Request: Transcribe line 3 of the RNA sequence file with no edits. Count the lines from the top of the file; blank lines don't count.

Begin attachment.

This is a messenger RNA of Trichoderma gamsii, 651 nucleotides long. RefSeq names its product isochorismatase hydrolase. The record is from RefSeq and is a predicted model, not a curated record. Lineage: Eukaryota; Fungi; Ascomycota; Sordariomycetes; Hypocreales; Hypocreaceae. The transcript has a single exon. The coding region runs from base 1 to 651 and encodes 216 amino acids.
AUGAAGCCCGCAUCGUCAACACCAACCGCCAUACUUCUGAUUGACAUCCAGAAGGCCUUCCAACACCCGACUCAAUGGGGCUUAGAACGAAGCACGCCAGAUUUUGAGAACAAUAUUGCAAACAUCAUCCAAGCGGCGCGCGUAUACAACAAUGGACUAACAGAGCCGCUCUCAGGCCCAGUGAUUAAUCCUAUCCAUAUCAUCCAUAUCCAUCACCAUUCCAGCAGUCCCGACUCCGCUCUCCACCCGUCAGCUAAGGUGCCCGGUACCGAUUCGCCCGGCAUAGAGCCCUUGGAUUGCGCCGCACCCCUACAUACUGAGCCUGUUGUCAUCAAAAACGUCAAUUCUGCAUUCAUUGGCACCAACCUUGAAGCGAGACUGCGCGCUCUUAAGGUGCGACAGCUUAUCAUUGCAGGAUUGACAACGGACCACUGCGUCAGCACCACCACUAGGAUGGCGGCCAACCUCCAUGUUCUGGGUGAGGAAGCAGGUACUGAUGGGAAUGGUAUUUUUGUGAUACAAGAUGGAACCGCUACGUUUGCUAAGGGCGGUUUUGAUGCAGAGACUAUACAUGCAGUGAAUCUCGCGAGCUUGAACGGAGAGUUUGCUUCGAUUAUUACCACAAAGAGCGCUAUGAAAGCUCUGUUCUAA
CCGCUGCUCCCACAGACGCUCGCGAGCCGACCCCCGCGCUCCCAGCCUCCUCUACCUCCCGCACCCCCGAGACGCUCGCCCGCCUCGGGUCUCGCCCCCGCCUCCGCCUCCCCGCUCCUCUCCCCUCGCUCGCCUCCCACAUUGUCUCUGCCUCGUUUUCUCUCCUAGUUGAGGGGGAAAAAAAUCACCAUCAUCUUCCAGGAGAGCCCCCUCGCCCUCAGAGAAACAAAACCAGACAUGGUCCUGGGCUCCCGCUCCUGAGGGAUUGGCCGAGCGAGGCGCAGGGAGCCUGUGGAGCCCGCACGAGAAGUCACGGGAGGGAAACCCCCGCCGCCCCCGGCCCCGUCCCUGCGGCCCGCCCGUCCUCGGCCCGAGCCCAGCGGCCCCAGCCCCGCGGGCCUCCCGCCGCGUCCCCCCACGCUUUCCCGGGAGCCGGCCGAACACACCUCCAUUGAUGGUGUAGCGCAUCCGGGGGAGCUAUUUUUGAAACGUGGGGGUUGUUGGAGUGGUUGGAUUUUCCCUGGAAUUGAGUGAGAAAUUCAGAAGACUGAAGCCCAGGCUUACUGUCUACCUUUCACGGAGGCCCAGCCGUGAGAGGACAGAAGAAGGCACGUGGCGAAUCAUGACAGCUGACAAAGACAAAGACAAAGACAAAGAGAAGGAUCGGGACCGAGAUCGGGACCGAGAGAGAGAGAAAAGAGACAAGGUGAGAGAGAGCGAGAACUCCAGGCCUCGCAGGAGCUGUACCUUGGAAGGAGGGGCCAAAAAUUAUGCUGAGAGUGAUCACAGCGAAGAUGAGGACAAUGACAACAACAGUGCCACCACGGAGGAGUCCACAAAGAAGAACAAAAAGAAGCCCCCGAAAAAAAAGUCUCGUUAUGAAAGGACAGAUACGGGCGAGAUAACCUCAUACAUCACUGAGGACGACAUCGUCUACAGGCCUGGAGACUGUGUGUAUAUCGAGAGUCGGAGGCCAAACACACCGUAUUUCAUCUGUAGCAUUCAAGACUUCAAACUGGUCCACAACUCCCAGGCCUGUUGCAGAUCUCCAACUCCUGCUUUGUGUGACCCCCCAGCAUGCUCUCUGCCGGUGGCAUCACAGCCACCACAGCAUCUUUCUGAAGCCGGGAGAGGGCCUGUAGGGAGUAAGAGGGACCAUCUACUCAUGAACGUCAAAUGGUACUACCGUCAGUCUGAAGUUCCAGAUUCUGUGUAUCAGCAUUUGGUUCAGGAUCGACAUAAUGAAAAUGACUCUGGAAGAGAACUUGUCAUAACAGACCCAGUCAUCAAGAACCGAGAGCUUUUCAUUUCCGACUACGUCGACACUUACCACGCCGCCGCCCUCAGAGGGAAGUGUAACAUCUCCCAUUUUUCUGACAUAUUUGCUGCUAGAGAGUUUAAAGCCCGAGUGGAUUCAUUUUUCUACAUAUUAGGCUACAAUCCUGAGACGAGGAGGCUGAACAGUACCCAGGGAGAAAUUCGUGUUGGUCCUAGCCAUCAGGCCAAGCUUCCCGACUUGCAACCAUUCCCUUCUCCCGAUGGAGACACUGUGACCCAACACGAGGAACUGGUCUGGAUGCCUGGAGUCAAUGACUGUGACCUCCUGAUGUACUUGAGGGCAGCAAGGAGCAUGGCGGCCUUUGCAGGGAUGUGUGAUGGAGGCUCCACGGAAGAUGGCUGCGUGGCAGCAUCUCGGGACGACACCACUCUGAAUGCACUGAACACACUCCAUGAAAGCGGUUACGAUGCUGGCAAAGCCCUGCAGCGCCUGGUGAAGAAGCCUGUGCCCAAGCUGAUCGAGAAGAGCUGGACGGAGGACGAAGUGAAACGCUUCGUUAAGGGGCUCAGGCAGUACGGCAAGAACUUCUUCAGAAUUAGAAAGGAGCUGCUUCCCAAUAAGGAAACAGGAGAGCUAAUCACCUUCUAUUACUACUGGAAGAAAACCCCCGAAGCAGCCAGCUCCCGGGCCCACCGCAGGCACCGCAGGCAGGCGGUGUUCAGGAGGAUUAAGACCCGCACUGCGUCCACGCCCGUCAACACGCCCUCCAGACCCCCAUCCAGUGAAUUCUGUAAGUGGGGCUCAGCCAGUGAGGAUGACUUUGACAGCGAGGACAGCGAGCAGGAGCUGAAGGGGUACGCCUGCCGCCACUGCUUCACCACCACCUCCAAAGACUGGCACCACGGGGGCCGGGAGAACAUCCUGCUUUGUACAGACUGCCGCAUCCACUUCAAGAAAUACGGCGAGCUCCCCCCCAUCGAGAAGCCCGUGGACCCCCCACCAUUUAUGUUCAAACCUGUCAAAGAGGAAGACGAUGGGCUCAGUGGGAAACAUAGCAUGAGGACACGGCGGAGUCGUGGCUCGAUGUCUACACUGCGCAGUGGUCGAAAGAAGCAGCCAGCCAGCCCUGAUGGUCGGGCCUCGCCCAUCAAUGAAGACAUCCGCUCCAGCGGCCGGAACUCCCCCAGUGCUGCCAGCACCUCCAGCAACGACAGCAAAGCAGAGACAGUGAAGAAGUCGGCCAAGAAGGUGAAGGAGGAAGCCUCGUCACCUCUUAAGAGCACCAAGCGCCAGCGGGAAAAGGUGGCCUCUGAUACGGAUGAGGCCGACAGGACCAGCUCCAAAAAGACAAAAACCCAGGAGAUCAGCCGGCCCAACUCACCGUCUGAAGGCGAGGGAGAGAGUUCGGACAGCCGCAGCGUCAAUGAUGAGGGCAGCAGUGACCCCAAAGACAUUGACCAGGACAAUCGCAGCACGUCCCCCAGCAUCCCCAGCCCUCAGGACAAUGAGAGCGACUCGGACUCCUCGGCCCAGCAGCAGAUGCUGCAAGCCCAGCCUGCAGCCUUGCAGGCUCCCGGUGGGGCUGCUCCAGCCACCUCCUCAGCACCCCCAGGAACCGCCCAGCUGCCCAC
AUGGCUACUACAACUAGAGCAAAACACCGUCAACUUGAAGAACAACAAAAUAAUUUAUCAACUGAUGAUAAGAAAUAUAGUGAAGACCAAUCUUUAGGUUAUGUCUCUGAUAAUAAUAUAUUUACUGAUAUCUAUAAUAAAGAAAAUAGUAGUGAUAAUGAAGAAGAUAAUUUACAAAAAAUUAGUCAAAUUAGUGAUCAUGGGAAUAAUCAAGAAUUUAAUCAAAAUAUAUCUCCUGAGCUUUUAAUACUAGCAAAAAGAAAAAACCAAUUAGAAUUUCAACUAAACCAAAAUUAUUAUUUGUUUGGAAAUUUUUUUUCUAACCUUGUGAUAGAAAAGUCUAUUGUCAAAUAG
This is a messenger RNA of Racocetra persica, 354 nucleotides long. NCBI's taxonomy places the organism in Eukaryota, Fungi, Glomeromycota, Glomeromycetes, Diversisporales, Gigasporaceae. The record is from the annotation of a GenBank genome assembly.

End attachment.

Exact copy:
CCGCUGCUCCCACAGACGCUCGCGAGCCGACCCCCGCGCUCCCAGCCUCCUCUACCUCCCGCACCCCCGAGACGCUCGCCCGCCUCGGGUCUCGCCCCCGCCUCCGCCUCCCCGCUCCUCUCCCCUCGCUCGCCUCCCACAUUGUCUCUGCCUCGUUUUCUCUCCUAGUUGAGGGGGAAAAAAAUCACCAUCAUCUUCCAGGAGAGCCCCCUCGCCCUCAGAGAAACAAAACCAGACAUGGUCCUGGGCUCCCGCUCCUGAGGGAUUGGCCGAGCGAGGCGCAGGGAGCCUGUGGAGCCCGCACGAGAAGUCACGGGAGGGAAACCCCCGCCGCCCCCGGCCCCGUCCCUGCGGCCCGCCCGUCCUCGGCCCGAGCCCAGCGGCCCCAGCCCCGCGGGCCUCCCGCCGCGUCCCCCCACGCUUUCCCGGGAGCCGGCCGAACACACCUCCAUUGAUGGUGUAGCGCAUCCGGGGGAGCUAUUUUUGAAACGUGGGGGUUGUUGGAGUGGUUGGAUUUUCCCUGGAAUUGAGUGAGAAAUUCAGAAGACUGAAGCCCAGGCUUACUGUCUACCUUUCACGGAGGCCCAGCCGUGAGAGGACAGAAGAAGGCACGUGGCGAAUCAUGACAGCUGACAAAGACAAAGACAAAGACAAAGAGAAGGAUCGGGACCGAGAUCGGGACCGAGAGAGAGAGAAAAGAGACAAGGUGAGAGAGAGCGAGAACUCCAGGCCUCGCAGGAGCUGUACCUUGGAAGGAGGGGCCAAAAAUUAUGCUGAGAGUGAUCACAGCGAAGAUGAGGACAAUGACAACAACAGUGCCACCACGGAGGAGUCCACAAAGAAGAACAAAAAGAAGCCCCCGAAAAAAAAGUCUCGUUAUGAAAGGACAGAUACGGGCGAGAUAACCUCAUACAUCACUGAGGACGACAUCGUCUACAGGCCUGGAGACUGUGUGUAUAUCGAGAGUCGGAGGCCAAACACACCGUAUUUCAUCUGUAGCAUUCAAGACUUCAAACUGGUCCACAACUCCCAGGCCUGUUGCAGAUCUCCAACUCCUGCUUUGUGUGACCCCCCAGCAUGCUCUCUGCCGGUGGCAUCACAGCCACCACAGCAUCUUUCUGAAGCCGGGAGAGGGCCUGUAGGGAGUAAGAGGGACCAUCUACUCAUGAACGUCAAAUGGUACUACCGUCAGUCUGAAGUUCCAGAUUCUGUGUAUCAGCAUUUGGUUCAGGAUCGACAUAAUGAAAAUGACUCUGGAAGAGAACUUGUCAUAACAGACCCAGUCAUCAAGAACCGAGAGCUUUUCAUUUCCGACUACGUCGACACUUACCACGCCGCCGCCCUCAGAGGGAAGUGUAACAUCUCCCAUUUUUCUGACAUAUUUGCUGCUAGAGAGUUUAAAGCCCGAGUGGAUUCAUUUUUCUACAUAUUAGGCUACAAUCCUGAGACGAGGAGGCUGAACAGUACCCAGGGAGAAAUUCGUGUUGGUCCUAGCCAUCAGGCCAAGCUUCCCGACUUGCAACCAUUCCCUUCUCCCGAUGGAGACACUGUGACCCAACACGAGGAACUGGUCUGGAUGCCUGGAGUCAAUGACUGUGACCUCCUGAUGUACUUGAGGGCAGCAAGGAGCAUGGCGGCCUUUGCAGGGAUGUGUGAUGGAGGCUCCACGGAAGAUGGCUGCGUGGCAGCAUCUCGGGACGACACCACUCUGAAUGCACUGAACACACUCCAUGAAAGCGGUUACGAUGCUGGCAAAGCCCUGCAGCGCCUGGUGAAGAAGCCUGUGCCCAAGCUGAUCGAGAAGAGCUGGACGGAGGACGAAGUGAAACGCUUCGUUAAGGGGCUCAGGCAGUACGGCAAGAACUUCUUCAGAAUUAGAAAGGAGCUGCUUCCCAAUAAGGAAACAGGAGAGCUAAUCACCUUCUAUUACUACUGGAAGAAAACCCCCGAAGCAGCCAGCUCCCGGGCCCACCGCAGGCACCGCAGGCAGGCGGUGUUCAGGAGGAUUAAGACCCGCACUGCGUCCACGCCCGUCAACACGCCCUCCAGACCCCCAUCCAGUGAAUUCUGUAAGUGGGGCUCAGCCAGUGAGGAUGACUUUGACAGCGAGGACAGCGAGCAGGAGCUGAAGGGGUACGCCUGCCGCCACUGCUUCACCACCACCUCCAAAGACUGGCACCACGGGGGCCGGGAGAACAUCCUGCUUUGUACAGACUGCCGCAUCCACUUCAAGAAAUACGGCGAGCUCCCCCCCAUCGAGAAGCCCGUGGACCCCCCACCAUUUAUGUUCAAACCUGUCAAAGAGGAAGACGAUGGGCUCAGUGGGAAACAUAGCAUGAGGACACGGCGGAGUCGUGGCUCGAUGUCUACACUGCGCAGUGGUCGAAAGAAGCAGCCAGCCAGCCCUGAUGGUCGGGCCUCGCCCAUCAAUGAAGACAUCCGCUCCAGCGGCCGGAACUCCCCCAGUGCUGCCAGCACCUCCAGCAACGACAGCAAAGCAGAGACAGUGAAGAAGUCGGCCAAGAAGGUGAAGGAGGAAGCCUCGUCACCUCUUAAGAGCACCAAGCGCCAGCGGGAAAAGGUGGCCUCUGAUACGGAUGAGGCCGACAGGACCAGCUCCAAAAAGACAAAAACCCAGGAGAUCAGCCGGCCCAACUCACCGUCUGAAGGCGAGGGAGAGAGUUCGGACAGCCGCAGCGUCAAUGAUGAGGGCAGCAGUGACCCCAAAGACAUUGACCAGGACAAUCGCAGCACGUCCCCCAGCAUCCCCAGCCCUCAGGACAAUGAGAGCGACUCGGACUCCUCGGCCCAGCAGCAGAUGCUGCAAGCCCAGCCUGCAGCCUUGCAGGCUCCCGGUGGGGCUGCUCCAGCCACCUCCUCAGCACCCCCAGGAACCGCCCAGCUGCCCAC